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Keys to Tone Part 2... String Height

Guitar Setup

Keys to Tone Part 2... String Height

In part one of our series on Setup found HERE, we talked about setting neck relief. The next step especially on a guitar that just needs a little tweaking, is string height. There are few different methods and tools that are used to do this, but the basic idea is to adjust the saddle height at the bridge to be as low as reasonably possible to give you the desired playing feel.IMG_0567 One important factor in this is matching the string height of each string to the radius of the fret board. This will give you a uniform playing feel over the entire length of the fret board and allow for a lower overall height of each string. This can be done by using a few different types of gauges. We have included a couple of them for download. Make sure that your printer is scaled properly and double check before you use them. The video below explains in further detail how to use these tools to set string height.  

How High... or Low?

There are many "standards" for how high your strings should be and where to measure. The most common is measuring from the top of the 17th fret and adjusting to 2mm to the bottom of the string. Check the setup specs for your guitar for measurements specific to your model. If you can't find them, use these for a baseline and then adjust to your preference. If you play very hard, you may want to leave it at 2mm.IMG_0566 If you want, try lowering it until it buzzes a bit and then raise it slightly. Remember to adjust each string to follow the fret board. If you want to experiment, just take measurements before you start. If you don't like your results, you can return to where you started. I like to adjust my higher (G,B, and E) lower than my lower (D,A, and E) strings, while still maintaining the overall curve of the fretboard radius. This gives me lower action on the higher strings and a bit of room to play hard on the lower strings without fret buzz. Of course, all of these measurements are very subjective so just play around and see what you like. The video below will give you some more tips. Downloadable Radius Gauges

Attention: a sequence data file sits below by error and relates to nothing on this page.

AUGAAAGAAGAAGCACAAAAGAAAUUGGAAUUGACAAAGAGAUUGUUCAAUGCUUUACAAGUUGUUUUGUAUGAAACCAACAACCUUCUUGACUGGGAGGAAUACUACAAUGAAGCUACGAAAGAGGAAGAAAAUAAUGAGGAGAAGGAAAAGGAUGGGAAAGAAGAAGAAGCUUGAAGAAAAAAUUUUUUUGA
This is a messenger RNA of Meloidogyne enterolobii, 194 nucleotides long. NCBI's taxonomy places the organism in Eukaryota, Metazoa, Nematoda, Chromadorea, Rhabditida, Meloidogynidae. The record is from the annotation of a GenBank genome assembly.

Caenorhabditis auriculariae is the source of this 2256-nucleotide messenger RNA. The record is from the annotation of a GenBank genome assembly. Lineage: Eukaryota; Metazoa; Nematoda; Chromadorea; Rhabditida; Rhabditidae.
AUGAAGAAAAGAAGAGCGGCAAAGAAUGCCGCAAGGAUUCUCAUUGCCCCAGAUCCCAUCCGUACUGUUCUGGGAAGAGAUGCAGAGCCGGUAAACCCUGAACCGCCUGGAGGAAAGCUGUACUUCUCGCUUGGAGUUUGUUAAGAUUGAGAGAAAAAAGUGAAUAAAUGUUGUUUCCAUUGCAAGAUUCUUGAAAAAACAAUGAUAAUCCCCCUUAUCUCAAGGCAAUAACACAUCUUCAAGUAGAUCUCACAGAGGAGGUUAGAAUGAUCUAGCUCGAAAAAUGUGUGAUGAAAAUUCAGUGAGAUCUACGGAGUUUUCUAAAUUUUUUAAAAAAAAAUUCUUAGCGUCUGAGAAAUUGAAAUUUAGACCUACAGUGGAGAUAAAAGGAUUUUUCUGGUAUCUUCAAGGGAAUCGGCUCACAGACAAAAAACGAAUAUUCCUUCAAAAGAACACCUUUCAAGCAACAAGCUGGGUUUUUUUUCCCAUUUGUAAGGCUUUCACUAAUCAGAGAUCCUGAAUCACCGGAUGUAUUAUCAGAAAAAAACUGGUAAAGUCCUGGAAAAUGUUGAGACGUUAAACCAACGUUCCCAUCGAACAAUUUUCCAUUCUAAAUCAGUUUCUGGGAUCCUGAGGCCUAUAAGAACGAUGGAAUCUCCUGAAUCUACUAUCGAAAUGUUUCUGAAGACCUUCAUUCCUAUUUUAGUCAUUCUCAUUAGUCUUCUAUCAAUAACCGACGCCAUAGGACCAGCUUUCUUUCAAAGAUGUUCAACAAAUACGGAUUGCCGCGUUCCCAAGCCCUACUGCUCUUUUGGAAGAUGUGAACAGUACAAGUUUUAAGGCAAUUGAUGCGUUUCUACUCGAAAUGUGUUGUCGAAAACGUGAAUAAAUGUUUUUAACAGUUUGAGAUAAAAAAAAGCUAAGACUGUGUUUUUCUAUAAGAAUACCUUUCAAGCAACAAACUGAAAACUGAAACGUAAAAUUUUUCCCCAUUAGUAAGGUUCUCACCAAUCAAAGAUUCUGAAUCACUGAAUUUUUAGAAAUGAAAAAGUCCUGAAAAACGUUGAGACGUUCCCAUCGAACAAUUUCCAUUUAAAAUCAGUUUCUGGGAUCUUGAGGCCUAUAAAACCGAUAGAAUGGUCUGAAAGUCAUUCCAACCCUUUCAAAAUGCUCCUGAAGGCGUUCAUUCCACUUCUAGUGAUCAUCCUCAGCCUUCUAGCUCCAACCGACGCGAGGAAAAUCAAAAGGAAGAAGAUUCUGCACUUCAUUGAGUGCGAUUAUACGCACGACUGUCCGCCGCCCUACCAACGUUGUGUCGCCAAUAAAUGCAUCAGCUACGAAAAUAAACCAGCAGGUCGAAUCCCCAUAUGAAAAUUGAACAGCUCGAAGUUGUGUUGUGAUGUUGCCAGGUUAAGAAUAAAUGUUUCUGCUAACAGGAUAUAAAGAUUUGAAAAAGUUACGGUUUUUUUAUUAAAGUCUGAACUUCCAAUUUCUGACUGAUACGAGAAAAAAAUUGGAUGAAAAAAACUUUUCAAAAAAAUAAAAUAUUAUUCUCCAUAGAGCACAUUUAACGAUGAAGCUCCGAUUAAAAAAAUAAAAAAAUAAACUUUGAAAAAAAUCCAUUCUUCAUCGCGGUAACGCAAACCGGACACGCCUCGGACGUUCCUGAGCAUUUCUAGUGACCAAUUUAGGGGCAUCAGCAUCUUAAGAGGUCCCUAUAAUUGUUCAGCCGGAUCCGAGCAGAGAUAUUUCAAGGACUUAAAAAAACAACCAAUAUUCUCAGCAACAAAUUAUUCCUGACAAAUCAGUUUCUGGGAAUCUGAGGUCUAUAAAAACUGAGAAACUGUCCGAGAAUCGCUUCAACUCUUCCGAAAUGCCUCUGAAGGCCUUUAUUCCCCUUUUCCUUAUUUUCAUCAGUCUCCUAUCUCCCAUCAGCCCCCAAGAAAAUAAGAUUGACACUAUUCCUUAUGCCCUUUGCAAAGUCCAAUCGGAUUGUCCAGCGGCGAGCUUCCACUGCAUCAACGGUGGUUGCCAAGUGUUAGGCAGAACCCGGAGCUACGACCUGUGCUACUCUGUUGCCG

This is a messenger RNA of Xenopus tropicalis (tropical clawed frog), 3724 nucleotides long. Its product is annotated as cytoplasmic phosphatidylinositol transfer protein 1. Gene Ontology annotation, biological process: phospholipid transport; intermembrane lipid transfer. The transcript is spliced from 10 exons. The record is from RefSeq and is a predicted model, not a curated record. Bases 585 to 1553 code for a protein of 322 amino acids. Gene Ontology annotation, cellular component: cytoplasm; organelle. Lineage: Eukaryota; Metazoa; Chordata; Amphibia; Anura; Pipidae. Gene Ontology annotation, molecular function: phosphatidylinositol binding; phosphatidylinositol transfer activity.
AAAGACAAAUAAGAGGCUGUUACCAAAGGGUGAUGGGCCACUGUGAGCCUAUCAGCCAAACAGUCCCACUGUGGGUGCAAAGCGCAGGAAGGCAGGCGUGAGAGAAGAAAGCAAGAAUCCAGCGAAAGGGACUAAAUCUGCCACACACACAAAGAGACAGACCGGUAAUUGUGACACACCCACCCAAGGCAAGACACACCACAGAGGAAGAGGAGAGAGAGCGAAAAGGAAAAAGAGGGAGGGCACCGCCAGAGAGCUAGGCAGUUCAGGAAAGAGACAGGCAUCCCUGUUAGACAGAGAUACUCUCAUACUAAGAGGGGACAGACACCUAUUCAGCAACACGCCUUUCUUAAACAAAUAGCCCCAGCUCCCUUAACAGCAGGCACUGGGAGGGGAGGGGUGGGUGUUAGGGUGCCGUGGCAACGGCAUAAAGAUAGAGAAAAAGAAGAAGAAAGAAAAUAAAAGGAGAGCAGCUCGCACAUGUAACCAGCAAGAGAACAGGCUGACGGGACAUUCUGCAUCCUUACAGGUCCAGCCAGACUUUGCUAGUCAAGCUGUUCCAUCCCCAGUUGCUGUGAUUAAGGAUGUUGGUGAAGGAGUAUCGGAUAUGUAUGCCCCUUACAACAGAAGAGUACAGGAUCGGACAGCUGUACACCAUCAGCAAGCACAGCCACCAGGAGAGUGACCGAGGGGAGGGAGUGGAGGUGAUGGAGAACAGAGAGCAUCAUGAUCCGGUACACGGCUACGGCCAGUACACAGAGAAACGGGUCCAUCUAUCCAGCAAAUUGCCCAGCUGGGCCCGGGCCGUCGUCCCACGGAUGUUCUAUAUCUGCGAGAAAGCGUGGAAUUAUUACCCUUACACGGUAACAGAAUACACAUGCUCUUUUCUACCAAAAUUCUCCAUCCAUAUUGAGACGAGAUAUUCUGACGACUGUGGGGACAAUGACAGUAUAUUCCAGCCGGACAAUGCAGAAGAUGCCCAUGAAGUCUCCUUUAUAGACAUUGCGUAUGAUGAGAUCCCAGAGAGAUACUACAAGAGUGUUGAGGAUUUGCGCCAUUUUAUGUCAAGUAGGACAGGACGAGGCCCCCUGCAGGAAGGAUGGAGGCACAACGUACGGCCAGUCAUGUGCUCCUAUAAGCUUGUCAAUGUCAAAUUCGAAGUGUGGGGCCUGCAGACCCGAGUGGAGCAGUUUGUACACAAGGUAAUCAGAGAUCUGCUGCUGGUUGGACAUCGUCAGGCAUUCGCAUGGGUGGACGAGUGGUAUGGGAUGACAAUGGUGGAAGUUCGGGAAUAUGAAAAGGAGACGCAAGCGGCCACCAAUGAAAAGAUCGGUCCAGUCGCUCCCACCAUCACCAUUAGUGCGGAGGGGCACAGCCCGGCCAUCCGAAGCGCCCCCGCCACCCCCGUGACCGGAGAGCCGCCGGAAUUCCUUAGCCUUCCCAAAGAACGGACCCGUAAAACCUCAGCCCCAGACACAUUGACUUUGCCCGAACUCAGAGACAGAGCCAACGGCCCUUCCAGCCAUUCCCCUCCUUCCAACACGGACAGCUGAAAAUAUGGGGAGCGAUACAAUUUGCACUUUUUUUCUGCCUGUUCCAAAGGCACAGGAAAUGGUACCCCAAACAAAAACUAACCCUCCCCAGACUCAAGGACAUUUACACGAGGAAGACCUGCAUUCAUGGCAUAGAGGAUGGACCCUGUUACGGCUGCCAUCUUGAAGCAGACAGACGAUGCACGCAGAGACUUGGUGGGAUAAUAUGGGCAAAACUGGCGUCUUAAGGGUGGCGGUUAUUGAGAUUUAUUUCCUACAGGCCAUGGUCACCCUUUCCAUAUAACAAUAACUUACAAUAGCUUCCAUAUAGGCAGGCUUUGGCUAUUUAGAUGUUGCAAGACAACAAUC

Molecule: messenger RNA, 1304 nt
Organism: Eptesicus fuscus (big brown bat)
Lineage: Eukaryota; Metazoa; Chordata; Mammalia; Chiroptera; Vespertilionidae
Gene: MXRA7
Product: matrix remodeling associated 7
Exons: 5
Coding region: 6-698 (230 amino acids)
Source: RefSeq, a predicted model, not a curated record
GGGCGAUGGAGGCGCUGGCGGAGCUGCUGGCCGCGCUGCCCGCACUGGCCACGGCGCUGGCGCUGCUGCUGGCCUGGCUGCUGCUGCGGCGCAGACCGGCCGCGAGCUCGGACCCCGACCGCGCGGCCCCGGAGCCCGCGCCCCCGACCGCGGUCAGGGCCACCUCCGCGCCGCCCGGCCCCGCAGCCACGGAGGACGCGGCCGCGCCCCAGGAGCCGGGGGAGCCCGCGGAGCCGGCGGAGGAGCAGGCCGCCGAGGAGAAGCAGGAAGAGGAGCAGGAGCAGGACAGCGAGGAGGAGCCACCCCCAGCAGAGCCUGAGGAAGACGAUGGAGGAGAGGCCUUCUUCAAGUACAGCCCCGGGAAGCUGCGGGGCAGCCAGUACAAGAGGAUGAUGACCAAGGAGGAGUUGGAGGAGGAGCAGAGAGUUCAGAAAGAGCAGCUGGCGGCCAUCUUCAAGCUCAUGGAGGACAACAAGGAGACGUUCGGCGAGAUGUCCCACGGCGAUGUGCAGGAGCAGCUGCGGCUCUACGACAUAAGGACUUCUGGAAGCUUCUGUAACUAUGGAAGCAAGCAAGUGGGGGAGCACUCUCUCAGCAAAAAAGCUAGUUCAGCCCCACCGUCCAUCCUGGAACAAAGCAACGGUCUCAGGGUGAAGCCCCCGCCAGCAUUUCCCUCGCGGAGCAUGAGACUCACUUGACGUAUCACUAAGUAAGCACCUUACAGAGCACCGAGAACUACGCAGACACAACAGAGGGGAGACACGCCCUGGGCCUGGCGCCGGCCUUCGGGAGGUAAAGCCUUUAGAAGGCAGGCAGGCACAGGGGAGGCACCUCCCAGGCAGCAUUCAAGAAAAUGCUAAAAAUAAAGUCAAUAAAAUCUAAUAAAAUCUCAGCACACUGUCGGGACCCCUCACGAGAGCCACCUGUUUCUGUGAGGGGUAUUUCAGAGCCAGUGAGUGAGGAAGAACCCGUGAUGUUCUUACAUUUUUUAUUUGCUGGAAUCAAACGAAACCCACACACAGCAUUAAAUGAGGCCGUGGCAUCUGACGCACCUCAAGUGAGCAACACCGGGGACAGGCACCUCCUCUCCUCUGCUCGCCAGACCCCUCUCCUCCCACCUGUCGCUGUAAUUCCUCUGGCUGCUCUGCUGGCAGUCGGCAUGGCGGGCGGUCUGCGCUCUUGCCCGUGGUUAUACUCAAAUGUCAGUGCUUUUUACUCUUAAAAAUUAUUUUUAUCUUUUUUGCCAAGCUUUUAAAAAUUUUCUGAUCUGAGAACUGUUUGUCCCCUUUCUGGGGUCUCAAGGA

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  • on

    Stay tuned for tomorrow’s article and the one on Friday. I will touch on this question. Thank you for the input!!

  • Jeff on

    These tutorials are excellent, by the way. Thanks for doing this. One request: Could you do a tips/tricks tutorial for guitarists who want to tune their guitar to E flat?

    It’s a necessary thing for my vocal range, and I keep coming across techs who just kinda shake their head. They have a suggestion one way or the other, but they really don’t know what exactly must be done to get a guitar to perform in E flat.

    What’s the key to doing this?

    thanks in advance…

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